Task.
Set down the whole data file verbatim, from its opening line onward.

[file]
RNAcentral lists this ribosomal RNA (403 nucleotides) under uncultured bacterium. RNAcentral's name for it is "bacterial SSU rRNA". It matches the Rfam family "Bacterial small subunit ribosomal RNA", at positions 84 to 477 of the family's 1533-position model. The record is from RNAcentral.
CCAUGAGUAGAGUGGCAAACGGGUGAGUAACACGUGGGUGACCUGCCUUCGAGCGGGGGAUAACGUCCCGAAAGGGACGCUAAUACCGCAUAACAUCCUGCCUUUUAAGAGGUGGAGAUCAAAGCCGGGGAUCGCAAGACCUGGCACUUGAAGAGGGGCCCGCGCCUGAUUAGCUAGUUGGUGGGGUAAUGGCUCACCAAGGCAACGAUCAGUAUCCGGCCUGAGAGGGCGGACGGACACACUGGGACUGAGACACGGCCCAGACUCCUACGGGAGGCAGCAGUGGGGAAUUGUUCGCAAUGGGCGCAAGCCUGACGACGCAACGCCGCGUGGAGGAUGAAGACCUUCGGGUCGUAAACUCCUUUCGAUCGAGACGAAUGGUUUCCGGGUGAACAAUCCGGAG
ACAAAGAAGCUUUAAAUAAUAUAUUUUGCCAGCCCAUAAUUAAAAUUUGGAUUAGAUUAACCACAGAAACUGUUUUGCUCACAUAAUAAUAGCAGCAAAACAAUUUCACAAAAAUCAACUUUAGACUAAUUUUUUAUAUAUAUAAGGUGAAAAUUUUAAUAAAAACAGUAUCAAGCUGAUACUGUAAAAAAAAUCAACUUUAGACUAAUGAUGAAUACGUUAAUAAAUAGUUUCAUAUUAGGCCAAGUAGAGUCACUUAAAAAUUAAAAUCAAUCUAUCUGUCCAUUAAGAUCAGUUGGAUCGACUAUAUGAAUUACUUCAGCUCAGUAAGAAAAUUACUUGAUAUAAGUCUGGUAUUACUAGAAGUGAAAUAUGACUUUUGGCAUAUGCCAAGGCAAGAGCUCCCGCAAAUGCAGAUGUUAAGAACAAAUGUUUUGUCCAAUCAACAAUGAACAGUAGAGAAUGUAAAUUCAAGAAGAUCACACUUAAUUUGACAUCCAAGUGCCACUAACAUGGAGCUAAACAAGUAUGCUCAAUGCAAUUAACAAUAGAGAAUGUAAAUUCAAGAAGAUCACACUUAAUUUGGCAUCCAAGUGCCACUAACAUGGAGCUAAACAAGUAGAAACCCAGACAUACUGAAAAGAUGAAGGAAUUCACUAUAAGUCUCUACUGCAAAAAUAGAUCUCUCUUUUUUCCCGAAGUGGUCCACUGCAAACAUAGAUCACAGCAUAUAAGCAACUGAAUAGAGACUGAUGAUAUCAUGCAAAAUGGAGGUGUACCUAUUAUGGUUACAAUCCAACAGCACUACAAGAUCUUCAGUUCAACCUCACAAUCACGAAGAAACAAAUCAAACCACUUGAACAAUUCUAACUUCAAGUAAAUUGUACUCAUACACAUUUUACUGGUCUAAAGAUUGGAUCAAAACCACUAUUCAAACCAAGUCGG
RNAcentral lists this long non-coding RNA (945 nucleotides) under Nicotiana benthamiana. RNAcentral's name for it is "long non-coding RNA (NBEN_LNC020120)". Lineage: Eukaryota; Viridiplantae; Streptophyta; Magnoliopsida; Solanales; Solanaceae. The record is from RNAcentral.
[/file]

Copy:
RNAcentral lists this ribosomal RNA (403 nucleotides) under uncultured bacterium. RNAcentral's name for it is "bacterial SSU rRNA". It matches the Rfam family "Bacterial small subunit ribosomal RNA", at positions 84 to 477 of the family's 1533-position model. The record is from RNAcentral.
CCAUGAGUAGAGUGGCAAACGGGUGAGUAACACGUGGGUGACCUGCCUUCGAGCGGGGGAUAACGUCCCGAAAGGGACGCUAAUACCGCAUAACAUCCUGCCUUUUAAGAGGUGGAGAUCAAAGCCGGGGAUCGCAAGACCUGGCACUUGAAGAGGGGCCCGCGCCUGAUUAGCUAGUUGGUGGGGUAAUGGCUCACCAAGGCAACGAUCAGUAUCCGGCCUGAGAGGGCGGACGGACACACUGGGACUGAGACACGGCCCAGACUCCUACGGGAGGCAGCAGUGGGGAAUUGUUCGCAAUGGGCGCAAGCCUGACGACGCAACGCCGCGUGGAGGAUGAAGACCUUCGGGUCGUAAACUCCUUUCGAUCGAGACGAAUGGUUUCCGGGUGAACAAUCCGGAG
ACAAAGAAGCUUUAAAUAAUAUAUUUUGCCAGCCCAUAAUUAAAAUUUGGAUUAGAUUAACCACAGAAACUGUUUUGCUCACAUAAUAAUAGCAGCAAAACAAUUUCACAAAAAUCAACUUUAGACUAAUUUUUUAUAUAUAUAAGGUGAAAAUUUUAAUAAAAACAGUAUCAAGCUGAUACUGUAAAAAAAAUCAACUUUAGACUAAUGAUGAAUACGUUAAUAAAUAGUUUCAUAUUAGGCCAAGUAGAGUCACUUAAAAAUUAAAAUCAAUCUAUCUGUCCAUUAAGAUCAGUUGGAUCGACUAUAUGAAUUACUUCAGCUCAGUAAGAAAAUUACUUGAUAUAAGUCUGGUAUUACUAGAAGUGAAAUAUGACUUUUGGCAUAUGCCAAGGCAAGAGCUCCCGCAAAUGCAGAUGUUAAGAACAAAUGUUUUGUCCAAUCAACAAUGAACAGUAGAGAAUGUAAAUUCAAGAAGAUCACACUUAAUUUGACAUCCAAGUGCCACUAACAUGGAGCUAAACAAGUAUGCUCAAUGCAAUUAACAAUAGAGAAUGUAAAUUCAAGAAGAUCACACUUAAUUUGGCAUCCAAGUGCCACUAACAUGGAGCUAAACAAGUAGAAACCCAGACAUACUGAAAAGAUGAAGGAAUUCACUAUAAGUCUCUACUGCAAAAAUAGAUCUCUCUUUUUUCCCGAAGUGGUCCACUGCAAACAUAGAUCACAGCAUAUAAGCAACUGAAUAGAGACUGAUGAUAUCAUGCAAAAUGGAGGUGUACCUAUUAUGGUUACAAUCCAACAGCACUACAAGAUCUUCAGUUCAACCUCACAAUCACGAAGAAACAAAUCAAACCACUUGAACAAUUCUAACUUCAAGUAAAUUGUACUCAUACACAUUUUACUGGUCUAAAGAUUGGAUCAAAACCACUAUUCAAACCAAGUCGG
RNAcentral lists this long non-coding RNA (945 nucleotides) under Nicotiana benthamiana. RNAcentral's name for it is "long non-coding RNA (NBEN_LNC020120)". Lineage: Eukaryota; Viridiplantae; Streptophyta; Magnoliopsida; Solanales; Solanaceae. The record is from RNAcentral.